Paws in Prison program gives dogs a second chance at a ‘forever home’

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By Angye Morrison

Wakulla Correctional Institution in Crawfordville has four new inmates from Gadsden County – but this time, it’s a good thing.

Max, Sam, Blaze and Warren are four lucky dogs placed by the Gadsden County Humane Society in the Paws in Prison program at the facility. The dogs will learn basic obedience commands while building trust in people through the inmates who work with the animals.

The program, which began a little over a year ago, also helps the inmates learn patience and gain confidence. According to www.pawsinprison.net, the program is life-changing for the inmates who participate, because they also gain confidence in their ability to contribute in a positive way to society as they make a difference in the lives of the animals and the families that adopt them.

“It’s a win-win-win-win program,” says Cathy Sherman, director of Paws in Prison. “The dogs, the inmates, the institution and the new adoptive homes all benefit from the program.”

Paws in Prison is a nonprofit, fundraising arm that places homeless dogs in correctional facilities where they are trained and socialized by inmates. It is a self-sustainable program in which inmates train other inmates to prepare for the otherwise unadoptable dogs for new, permanent family homes.

The current class, the sixth since the program’s inception, will “graduate” in July after completing the eight-week program, and the dogs will be adoptable July 31.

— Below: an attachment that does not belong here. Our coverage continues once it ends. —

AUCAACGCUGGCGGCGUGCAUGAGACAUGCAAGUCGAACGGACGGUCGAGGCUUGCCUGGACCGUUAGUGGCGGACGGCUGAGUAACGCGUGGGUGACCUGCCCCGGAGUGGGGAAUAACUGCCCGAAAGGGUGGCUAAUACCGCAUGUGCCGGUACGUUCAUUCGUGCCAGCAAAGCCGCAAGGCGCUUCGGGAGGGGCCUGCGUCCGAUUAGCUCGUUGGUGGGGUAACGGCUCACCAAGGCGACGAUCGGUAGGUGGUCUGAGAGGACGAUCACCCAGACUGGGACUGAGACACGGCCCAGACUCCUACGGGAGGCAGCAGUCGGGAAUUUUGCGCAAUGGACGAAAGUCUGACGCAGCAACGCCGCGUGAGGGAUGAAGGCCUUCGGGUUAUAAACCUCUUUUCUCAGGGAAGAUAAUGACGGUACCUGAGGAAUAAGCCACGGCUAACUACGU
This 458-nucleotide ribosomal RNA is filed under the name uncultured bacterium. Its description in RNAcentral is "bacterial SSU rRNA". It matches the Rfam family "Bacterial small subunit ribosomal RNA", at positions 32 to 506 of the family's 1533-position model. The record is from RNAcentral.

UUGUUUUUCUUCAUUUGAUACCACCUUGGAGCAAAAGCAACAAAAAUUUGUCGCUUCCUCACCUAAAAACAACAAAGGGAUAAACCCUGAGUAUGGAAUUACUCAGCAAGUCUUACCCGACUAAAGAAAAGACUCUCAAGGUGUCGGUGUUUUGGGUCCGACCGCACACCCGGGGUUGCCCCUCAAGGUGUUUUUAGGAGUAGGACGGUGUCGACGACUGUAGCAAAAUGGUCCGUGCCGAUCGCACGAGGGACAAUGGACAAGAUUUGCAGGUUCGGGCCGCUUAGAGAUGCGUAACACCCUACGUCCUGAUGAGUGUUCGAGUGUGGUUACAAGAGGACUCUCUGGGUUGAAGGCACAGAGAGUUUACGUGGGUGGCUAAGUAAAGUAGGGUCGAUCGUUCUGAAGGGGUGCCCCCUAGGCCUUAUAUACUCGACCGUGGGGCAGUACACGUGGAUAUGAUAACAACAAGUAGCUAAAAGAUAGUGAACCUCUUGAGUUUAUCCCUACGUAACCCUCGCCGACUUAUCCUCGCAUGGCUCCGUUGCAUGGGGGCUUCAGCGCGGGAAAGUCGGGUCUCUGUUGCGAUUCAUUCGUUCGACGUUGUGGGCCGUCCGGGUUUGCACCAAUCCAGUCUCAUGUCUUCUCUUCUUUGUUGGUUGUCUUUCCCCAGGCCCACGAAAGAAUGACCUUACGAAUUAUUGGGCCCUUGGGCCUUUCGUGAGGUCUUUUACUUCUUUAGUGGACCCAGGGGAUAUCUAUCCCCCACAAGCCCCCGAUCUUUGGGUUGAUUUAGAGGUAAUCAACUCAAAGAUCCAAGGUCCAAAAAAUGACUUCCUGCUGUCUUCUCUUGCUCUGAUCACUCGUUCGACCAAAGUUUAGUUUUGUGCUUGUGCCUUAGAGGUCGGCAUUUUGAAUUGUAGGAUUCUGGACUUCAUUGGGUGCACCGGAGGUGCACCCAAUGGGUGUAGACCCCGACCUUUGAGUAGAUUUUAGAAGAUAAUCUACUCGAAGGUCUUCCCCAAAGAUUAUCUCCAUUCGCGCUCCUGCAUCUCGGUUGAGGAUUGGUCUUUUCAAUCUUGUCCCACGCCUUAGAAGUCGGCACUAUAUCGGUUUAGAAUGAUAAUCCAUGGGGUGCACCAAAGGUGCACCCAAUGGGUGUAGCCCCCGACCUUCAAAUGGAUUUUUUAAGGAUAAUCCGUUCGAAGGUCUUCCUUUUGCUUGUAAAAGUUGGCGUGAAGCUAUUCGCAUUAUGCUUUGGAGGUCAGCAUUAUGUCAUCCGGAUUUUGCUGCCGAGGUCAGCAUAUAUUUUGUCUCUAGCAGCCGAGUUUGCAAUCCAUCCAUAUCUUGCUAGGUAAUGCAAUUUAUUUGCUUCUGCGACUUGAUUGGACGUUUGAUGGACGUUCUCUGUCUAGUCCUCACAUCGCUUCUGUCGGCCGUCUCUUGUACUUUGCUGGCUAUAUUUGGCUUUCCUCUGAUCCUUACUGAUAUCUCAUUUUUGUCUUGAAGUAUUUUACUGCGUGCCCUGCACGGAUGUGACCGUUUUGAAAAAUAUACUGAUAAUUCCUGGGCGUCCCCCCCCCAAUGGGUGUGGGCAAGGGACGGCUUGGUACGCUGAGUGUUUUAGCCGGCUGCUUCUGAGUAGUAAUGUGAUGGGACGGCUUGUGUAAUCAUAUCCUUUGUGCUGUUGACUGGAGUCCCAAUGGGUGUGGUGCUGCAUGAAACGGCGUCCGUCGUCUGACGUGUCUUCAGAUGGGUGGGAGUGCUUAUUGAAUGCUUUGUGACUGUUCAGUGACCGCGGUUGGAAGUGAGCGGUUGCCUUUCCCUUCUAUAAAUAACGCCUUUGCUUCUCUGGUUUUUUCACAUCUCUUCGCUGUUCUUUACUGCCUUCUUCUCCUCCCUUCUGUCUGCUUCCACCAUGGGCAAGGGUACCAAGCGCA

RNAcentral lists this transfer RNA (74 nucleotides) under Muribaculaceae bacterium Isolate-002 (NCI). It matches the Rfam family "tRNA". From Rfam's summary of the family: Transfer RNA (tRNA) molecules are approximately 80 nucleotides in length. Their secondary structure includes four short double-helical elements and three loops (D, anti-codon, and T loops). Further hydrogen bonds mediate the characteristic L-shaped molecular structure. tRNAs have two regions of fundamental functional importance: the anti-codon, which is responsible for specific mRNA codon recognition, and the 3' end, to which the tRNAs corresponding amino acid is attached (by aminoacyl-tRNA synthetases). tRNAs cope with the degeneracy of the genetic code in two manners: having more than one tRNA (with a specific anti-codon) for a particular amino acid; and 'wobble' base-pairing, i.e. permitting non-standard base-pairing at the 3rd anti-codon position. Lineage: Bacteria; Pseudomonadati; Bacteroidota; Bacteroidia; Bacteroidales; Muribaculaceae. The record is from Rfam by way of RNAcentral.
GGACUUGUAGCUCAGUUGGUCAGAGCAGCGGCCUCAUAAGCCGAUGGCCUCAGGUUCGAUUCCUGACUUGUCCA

The four dogs from Gadsden County were in foster homes for over 6 months without being adopted, and the Paws in Prison program gives them the second chance they need.

Nationally-recognized dog trainer Jay King is the master trainer of the program. At the core of King’s training philosophy are the parallels and kinship he establishes between the men and the dogs, who have both found it hard to find a place in society.

The program begins each session with 12 healthy, spayed or neutered dogs, selected from various animal welfare groups in the area to live inside the correctional facility. Each dog is assigned a trainer and handler. The dog sleeps in a crate in the prison dormitory with the inmate.

At the graduation ceremony, the inmates are given certificates for their work. Special awards are given to the most improved animal, as well as a special award presented to the “Top Dog.” Within hours of the graduation, another class is brought into the facility.

Dogs which have completed the program are crate and house trained, in addition to basic obedience. Adoption fees start at $180, which includes chipping, 30 days of free health insurance and a DVD showing the new owner what the dog’s commands look like. All dogs are up to date on all vaccines, are heartworm negative and are spayed or neutered.

For more information on the program or to adopt a dog, call 850-264-4511.